Hot diggity dogs, sports fans, it's time for another session of red-hots -- those Q's without A's you love, with or without mustard.
Don't forget: If you have a response, positive or negative, or even a big Q of your own, just call my 24-hour Sportsline at 647-2499.
* I've got to ask this one right off the bat. Who's the cutie whosent me a package of Esskay franks this week?
* The best news of this week: Isn't it great to hear that the incomparable Charlie Eckman is back home in Glen Burnie after a stint at St. Joseph Hospital inTowson?
Eckman, arguably the most popular sports broadcaster in Baltimore history and a former NBA coach and referee, has always been a battler, but this is his greatest victory to date. Charlie sounds great, full of oil and vinegar, after a bout with cancer.
"I had the cancer removed," said Eckman who, in his words, "called two cabs for that cancer."
Don't you know the only battle he hasn't won is with the State of Maryland Athletic Hall of Fame, which still refuses to induct this living sports legend into its hallowed halls?
Doesn't it tick you off that there are skeet shooters, badminton and squashplayers and even a walker in the Maryland Hall of Fame -- but no Charlie Eckman, because he was a coach?
Whoever heard of a sports Hall of Fame without coaches? Whoever heard of sports without them?
*Have you heard that Severna Park boys basketball and golf coach Wayne Mook has been named head girls softball coach at the school, succeeding Paul Yannuzzi? (Yannuzzi transferred to Arundel High this year.)
Are the Severna Park girls hoping that Mook does a better job coaching softball than he does basketball?
* While everybody talks about the bevy of outstanding backs at second-ranked Old Mill, isn't the Patriots' offensive line the real reason for the team's 4-0 start?
"I think Old Mill's offensive line might be the best in the state," said a Sportsline caller, obviously a Patriot parent -- but one making a legitimate point.
* While watching a high school football game, do you ever get the feeling certain referees are trying to impress somebody with the number of yellow hankies they toss?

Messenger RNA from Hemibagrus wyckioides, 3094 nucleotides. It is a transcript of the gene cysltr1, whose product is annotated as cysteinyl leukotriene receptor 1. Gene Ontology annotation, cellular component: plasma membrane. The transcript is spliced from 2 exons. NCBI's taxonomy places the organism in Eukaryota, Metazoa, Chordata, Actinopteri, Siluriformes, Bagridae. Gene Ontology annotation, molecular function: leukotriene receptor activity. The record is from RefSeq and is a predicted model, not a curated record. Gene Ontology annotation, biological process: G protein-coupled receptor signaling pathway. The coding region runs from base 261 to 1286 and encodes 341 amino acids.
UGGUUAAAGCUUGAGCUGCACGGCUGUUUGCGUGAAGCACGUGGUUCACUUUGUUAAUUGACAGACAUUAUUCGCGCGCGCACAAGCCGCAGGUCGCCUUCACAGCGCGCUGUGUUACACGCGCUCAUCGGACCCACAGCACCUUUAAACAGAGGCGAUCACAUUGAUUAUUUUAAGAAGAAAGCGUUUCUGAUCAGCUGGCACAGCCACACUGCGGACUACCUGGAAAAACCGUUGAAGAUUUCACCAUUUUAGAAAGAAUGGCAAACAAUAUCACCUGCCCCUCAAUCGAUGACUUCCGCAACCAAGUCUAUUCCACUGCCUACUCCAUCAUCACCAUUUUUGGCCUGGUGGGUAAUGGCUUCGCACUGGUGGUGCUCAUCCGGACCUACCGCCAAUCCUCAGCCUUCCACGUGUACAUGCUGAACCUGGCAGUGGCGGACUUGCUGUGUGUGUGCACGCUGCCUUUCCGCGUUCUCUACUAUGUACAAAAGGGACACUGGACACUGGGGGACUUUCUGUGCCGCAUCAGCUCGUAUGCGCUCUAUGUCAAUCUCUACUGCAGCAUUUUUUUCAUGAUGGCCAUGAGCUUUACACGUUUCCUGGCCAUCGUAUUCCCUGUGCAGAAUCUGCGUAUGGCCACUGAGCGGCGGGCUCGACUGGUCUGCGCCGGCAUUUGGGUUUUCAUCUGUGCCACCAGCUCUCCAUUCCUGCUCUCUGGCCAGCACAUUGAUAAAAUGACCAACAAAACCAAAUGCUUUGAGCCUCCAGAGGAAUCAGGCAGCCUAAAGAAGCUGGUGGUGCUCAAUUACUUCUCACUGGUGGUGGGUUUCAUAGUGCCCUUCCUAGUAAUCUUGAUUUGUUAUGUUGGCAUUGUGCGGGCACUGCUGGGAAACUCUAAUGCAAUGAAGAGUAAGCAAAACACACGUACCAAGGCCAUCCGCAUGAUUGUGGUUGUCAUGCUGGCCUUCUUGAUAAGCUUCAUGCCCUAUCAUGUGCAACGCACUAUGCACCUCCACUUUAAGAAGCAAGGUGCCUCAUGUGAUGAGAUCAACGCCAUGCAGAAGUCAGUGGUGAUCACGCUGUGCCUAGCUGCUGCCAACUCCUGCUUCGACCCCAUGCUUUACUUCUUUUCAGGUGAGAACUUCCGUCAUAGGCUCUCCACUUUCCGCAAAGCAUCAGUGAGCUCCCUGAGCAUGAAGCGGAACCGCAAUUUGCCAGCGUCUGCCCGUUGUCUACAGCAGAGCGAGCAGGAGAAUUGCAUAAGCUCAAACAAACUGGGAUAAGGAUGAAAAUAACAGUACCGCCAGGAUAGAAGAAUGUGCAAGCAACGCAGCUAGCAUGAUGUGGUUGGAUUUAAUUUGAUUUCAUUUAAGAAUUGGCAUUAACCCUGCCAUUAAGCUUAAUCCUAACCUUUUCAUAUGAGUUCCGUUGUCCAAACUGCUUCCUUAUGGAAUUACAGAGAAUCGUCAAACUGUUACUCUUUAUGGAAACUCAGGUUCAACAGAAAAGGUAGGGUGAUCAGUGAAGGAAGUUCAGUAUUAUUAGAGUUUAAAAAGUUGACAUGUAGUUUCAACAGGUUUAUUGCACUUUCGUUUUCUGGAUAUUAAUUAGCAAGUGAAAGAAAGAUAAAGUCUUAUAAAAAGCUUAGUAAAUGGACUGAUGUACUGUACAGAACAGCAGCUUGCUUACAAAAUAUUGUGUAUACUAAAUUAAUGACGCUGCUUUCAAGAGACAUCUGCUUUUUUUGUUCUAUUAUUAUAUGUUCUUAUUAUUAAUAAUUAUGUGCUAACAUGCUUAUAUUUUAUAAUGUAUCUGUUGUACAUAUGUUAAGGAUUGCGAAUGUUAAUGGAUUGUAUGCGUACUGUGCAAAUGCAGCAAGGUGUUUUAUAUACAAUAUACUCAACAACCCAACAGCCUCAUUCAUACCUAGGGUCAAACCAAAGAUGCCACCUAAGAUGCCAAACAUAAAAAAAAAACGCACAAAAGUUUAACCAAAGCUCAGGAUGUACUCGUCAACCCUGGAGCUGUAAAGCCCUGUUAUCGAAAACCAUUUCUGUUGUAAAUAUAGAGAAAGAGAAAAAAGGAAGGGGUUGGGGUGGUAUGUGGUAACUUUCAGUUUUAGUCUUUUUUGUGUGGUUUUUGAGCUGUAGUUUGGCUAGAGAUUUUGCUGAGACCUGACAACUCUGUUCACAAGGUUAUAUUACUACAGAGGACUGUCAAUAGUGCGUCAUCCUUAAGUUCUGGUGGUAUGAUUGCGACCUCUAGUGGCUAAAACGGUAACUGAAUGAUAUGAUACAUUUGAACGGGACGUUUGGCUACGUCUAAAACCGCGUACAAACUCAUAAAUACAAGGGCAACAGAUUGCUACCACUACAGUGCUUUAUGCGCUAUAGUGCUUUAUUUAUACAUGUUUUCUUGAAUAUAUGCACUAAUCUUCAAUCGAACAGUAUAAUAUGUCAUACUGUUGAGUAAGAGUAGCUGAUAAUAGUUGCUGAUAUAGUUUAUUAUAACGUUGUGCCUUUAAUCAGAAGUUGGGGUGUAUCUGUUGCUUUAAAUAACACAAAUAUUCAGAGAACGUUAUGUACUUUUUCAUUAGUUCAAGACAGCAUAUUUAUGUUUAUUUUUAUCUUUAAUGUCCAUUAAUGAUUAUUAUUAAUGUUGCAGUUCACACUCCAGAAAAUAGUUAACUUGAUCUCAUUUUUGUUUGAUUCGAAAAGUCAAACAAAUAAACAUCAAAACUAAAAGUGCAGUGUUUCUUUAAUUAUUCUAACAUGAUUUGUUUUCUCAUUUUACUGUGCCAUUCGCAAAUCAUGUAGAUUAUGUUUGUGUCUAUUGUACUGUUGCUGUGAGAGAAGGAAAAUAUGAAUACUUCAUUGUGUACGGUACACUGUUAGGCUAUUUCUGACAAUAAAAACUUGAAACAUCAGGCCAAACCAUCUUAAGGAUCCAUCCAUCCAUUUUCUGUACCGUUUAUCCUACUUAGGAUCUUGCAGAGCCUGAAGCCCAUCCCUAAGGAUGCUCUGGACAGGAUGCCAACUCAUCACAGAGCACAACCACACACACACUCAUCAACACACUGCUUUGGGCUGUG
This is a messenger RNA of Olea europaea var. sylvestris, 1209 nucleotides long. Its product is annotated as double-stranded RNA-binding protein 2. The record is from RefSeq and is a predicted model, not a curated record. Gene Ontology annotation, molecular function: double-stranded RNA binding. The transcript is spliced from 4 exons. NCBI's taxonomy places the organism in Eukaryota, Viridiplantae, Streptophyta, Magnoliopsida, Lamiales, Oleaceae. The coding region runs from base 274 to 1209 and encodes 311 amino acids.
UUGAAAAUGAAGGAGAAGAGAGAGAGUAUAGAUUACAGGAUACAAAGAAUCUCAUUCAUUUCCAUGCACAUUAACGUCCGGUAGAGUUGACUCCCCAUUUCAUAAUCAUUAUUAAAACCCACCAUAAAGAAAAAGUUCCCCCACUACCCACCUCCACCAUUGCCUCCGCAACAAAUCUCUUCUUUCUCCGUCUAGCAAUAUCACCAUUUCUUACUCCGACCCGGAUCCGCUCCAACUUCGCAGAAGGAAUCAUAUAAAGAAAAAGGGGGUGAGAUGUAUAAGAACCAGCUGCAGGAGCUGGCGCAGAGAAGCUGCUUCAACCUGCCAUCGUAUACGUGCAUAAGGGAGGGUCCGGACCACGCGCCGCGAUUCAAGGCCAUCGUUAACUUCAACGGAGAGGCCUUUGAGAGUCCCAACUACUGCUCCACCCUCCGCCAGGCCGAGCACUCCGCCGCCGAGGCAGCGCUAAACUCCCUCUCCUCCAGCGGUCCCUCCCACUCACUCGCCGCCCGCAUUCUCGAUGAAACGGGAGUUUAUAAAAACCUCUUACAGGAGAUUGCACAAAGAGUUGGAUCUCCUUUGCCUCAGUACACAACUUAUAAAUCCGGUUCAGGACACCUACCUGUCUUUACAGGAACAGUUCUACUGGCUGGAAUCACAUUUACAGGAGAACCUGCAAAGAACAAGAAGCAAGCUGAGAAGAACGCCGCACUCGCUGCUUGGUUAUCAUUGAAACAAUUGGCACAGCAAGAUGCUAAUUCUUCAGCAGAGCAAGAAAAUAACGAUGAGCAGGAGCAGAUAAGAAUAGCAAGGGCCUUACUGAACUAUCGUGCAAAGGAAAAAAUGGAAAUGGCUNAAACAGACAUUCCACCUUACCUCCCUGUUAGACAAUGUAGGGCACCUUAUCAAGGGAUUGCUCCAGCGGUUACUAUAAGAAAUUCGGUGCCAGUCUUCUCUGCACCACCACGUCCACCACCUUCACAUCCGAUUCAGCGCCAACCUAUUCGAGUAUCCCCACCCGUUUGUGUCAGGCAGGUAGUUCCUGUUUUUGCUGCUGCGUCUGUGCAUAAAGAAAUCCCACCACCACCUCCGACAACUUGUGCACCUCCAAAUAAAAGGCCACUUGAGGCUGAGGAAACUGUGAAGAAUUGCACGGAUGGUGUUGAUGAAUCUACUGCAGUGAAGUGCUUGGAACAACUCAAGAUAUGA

In South River's 26-0 victory over Bladensburg (2-2) Friday, the visitors from Prince George's County were assessed 13 penalties for 118 yards, while the host Seahawks (3-1) were flagged a dozen times for 125 yards.
"It seemed like flags were flying almost every other play. It was ridiculous," said disgusted South River statistician Bob Danton.
The other example shows how extremely lopsided things can be in favor of the home team. Severna Park (2-2), a 27-12 winner over Chesapeake (1-3), got nailed for 11 flags and 120 yards, compared to five and 32 yards for the host Cougars.
Do you pay $3 to watch the kids play or the referees perform?
Do some of you zebras have to call it so close? Why don't these these guys realize that they have the easiest job of all officiating football -- as opposed to the tougher jobs of calling baseball or basketball -- and stop making it look so complicated?
* Didn't county youth football Chief of Officials Ray Henderson deliver a message to a riled-up kid in a unique but effective way Saturday?
A 10-year-old on a losing youth team, in the final periodof a lopsided game in which the officials had no influence on the outcome, accused Henderson of being "paid off by the other team." Rather than eject the kid, Henderson stood with the player's coach after the game and reprimanded him for his remarks.
Don't you think that got the point across better than a simple ejection, with nothing saidafterward? Isn't teaching the right lesson what youth sports is all about?
* At the same time, isn't it unbelievable that the Anne Arundel Youth Football Association has had a rash of ejections this year, including: a coach who threatened an official; a kid who ran aroundthe field in a trash bag before a game to lose weight; a kid grabbing himself in an indecent manner and directing it toward an adult referee while blurting out four-letter words, and a 17-year old caught illegally playing 135-pound football (where the maximum age is 15)?
Not to mention a cheerleading coach who had two of her teams disqualified from a competition because of an illegal player, whose presence was verified by video tape?
What is going on? While the coaches and so-called advisory board run the youth football association and make most of the rules, hadn't our crack county rec and parks departmentbetter start getting more involved?
* If you were among the many people there Saturday for the Brooklyn Park Broncos very first homecoming, wasn't that a spectacular show put on by professional singer Lloyd Marcus? Wasn't it commendable for someone as good as Marcus to donate his services free of charge to the Broncos?
Lloyd's brother, David, coaches the Broncos' 75-pound team, and big brother just wanted to help out. He did, with a musical show that had Brooklyn Park families and friends rocking together Saturday afternoon at Bronco Field.